Statistics Saturday on a Tuesday: February 2015’s Readership


And now for the most popular thing that I write and the inspiration for the Statistics Saturday posts: listing countries that sent me a noticeable number of readers in February 2015. The United States sent me the most, at 888, which intrigues me since the United States sent my mathematics blog 555. I have to wonder if the guy entering numbers into the WordPress statistics page couldn’t be bothered to move his finger to a different digit. He must have, I guess; Canada sent 43 readers, and Australia 32, which are still some pretty easy numbers to enter. Germany gave me 25 readers.

Sending me a single reader each were a bunch of countries: Belgium, Bosnia and Herzegovina, Czech Republic, Finland, Greece, Iraq, Isle of Man, the Netherlands, Pakistan, Poland, Romania, South Africa, Switzerland, Turkey, Venezuela, and Vietnam. Repeats from January were Isle of Man and Turkey, and nothing’s got a three-month streak going. My readership in India dropped from nine down to four, which drew my eye to notice that WordPress claimed I had four readers from the European Union, even though it also lists readers from countries that are part of the European Union, like the ten in Italy or the three in Austria. I don’t know what’s going on there.

The number of page views has continued its slight downward trend — from 1,251 in December to 1,071 in January to 1,046 in February. But I just have to cling to how February is such a short month that per-day things are looking pretty good: after 34.55 views per day in January, the average rose to 37.36 in February. That’s down still from December’s 40.35 but what am I going to do about that, write more popular stuff and market myself more effectively or something? Anyway, the month starts out with 14,628 total views of pages here, and this is five months in a row that there’ve been a thousand-plus views. I do like all that.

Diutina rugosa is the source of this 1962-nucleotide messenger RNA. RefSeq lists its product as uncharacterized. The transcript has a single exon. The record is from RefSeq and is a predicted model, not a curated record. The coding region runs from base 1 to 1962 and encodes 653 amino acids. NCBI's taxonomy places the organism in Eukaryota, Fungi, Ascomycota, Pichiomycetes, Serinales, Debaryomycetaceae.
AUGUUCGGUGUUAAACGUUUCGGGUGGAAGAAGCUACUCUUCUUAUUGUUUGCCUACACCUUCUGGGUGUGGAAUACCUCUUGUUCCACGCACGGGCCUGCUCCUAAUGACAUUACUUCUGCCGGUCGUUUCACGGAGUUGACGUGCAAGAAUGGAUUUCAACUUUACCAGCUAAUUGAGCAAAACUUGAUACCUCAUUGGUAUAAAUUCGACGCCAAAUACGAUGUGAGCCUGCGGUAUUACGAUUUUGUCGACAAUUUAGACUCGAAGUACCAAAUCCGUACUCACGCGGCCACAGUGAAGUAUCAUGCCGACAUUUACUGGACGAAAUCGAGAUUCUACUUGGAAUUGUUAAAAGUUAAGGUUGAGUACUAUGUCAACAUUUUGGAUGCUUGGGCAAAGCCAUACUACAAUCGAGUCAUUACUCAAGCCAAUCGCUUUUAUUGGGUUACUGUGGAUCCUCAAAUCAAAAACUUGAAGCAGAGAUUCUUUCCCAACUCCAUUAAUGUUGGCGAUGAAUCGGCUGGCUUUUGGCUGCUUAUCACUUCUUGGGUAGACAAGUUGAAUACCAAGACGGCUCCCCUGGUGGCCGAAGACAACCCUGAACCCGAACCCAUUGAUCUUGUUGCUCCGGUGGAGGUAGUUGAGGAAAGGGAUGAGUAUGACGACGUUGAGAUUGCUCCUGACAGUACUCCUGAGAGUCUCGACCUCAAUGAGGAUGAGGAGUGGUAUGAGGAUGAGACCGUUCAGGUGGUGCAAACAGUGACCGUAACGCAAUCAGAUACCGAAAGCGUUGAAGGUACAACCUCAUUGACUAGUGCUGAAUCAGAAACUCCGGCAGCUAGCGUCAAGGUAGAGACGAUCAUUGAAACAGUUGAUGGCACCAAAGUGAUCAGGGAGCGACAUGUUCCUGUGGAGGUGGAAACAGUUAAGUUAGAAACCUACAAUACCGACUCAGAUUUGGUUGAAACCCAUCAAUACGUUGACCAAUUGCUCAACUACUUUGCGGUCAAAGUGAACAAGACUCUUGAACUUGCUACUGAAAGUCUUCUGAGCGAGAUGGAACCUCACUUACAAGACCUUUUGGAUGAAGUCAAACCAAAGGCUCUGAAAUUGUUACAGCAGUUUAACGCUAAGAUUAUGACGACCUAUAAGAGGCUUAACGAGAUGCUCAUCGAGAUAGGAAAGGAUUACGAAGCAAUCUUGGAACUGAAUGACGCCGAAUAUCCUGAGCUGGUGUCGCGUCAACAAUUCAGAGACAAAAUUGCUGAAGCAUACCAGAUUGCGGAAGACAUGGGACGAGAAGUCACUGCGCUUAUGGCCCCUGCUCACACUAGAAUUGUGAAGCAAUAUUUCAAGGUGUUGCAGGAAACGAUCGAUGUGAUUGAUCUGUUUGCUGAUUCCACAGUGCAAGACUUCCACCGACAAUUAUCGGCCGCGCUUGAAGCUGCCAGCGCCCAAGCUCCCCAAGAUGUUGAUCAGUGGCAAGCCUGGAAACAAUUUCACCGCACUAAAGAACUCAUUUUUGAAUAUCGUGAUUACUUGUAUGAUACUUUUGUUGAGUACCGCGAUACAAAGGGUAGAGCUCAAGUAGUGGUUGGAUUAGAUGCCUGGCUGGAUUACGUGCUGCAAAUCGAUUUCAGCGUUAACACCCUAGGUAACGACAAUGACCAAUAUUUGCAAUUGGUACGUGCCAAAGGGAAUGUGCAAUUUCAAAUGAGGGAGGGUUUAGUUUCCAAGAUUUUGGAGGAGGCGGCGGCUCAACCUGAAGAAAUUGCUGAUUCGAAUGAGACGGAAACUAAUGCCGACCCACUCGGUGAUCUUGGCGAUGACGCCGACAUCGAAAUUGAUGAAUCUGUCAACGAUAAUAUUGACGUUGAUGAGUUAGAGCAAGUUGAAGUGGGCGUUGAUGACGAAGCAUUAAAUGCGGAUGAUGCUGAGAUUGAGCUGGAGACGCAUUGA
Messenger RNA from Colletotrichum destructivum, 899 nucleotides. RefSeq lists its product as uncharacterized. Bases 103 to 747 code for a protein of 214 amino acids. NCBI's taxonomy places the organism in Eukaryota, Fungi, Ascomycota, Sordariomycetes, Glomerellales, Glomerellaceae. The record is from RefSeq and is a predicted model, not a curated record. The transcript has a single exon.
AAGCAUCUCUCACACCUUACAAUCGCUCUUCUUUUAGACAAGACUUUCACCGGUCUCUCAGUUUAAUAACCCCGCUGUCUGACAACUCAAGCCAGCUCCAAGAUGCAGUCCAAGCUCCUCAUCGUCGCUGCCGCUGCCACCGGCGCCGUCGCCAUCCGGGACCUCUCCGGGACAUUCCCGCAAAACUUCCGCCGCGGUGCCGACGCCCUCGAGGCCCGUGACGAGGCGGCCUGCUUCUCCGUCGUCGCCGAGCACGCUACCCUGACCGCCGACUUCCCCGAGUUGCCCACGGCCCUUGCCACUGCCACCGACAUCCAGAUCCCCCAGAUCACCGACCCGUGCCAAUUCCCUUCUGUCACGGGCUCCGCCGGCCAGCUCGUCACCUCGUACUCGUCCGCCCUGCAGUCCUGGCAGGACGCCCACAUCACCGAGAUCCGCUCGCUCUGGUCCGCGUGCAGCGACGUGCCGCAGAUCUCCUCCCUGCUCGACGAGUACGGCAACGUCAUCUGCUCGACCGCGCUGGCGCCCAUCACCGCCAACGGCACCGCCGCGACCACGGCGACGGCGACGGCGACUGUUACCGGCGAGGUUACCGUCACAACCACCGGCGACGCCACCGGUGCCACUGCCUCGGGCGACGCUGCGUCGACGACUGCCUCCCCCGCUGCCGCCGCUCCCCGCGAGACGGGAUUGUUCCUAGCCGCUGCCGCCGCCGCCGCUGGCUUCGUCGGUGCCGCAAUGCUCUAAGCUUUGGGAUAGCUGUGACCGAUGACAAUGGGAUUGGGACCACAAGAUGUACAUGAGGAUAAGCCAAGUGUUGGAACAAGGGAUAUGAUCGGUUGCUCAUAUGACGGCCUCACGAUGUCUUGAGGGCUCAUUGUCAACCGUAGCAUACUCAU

The number of viewers dropped — 626 in December, 553 in January, 505 in February. That’s also something where the shortness of February worked against me since January averaged 17.84 visitors per day and February 18.04. And yeah, December gets all smug about its 20.19, until it remembers how October (when I accidentally riled up a Kinks fan site) brought in 28.87. Anyway, thew views per visitor in February were 2.07, higher but probably not significantly higher than January’s 2.01 and December’s 2.00.

Something WordPress’s new statistics page does offer and that I like are that it lets me see how many comments and likes I got. In February there were 99 comments, up from 93 in January. And there were 345 likes, down from January’s 382, but there the shortness of the month doesn’t excuse anything. Sorry.

The most popular articles in February were:

  1. Wizardless, describing my failure at pinball league one night. By the way, I did see the Michigan state pinball championships that weekend, although I didn’t play in them, what with my not being good enough, as see the end of the previous sentence.
  2. What Came First? Plus, The Usual, in which I ponder something about the world of Funky Winkerbean not directly related to how the comic strip’s author, Tom Batiuk, hates his characters and his readers.
  3. A Grain Of Solace, in which my peaceful acceptance of not knowing how to pronounce “quinoa” was disrupted.
  4. Statistics Saturday: 2015, To Date, a pie chart of surprising popularity.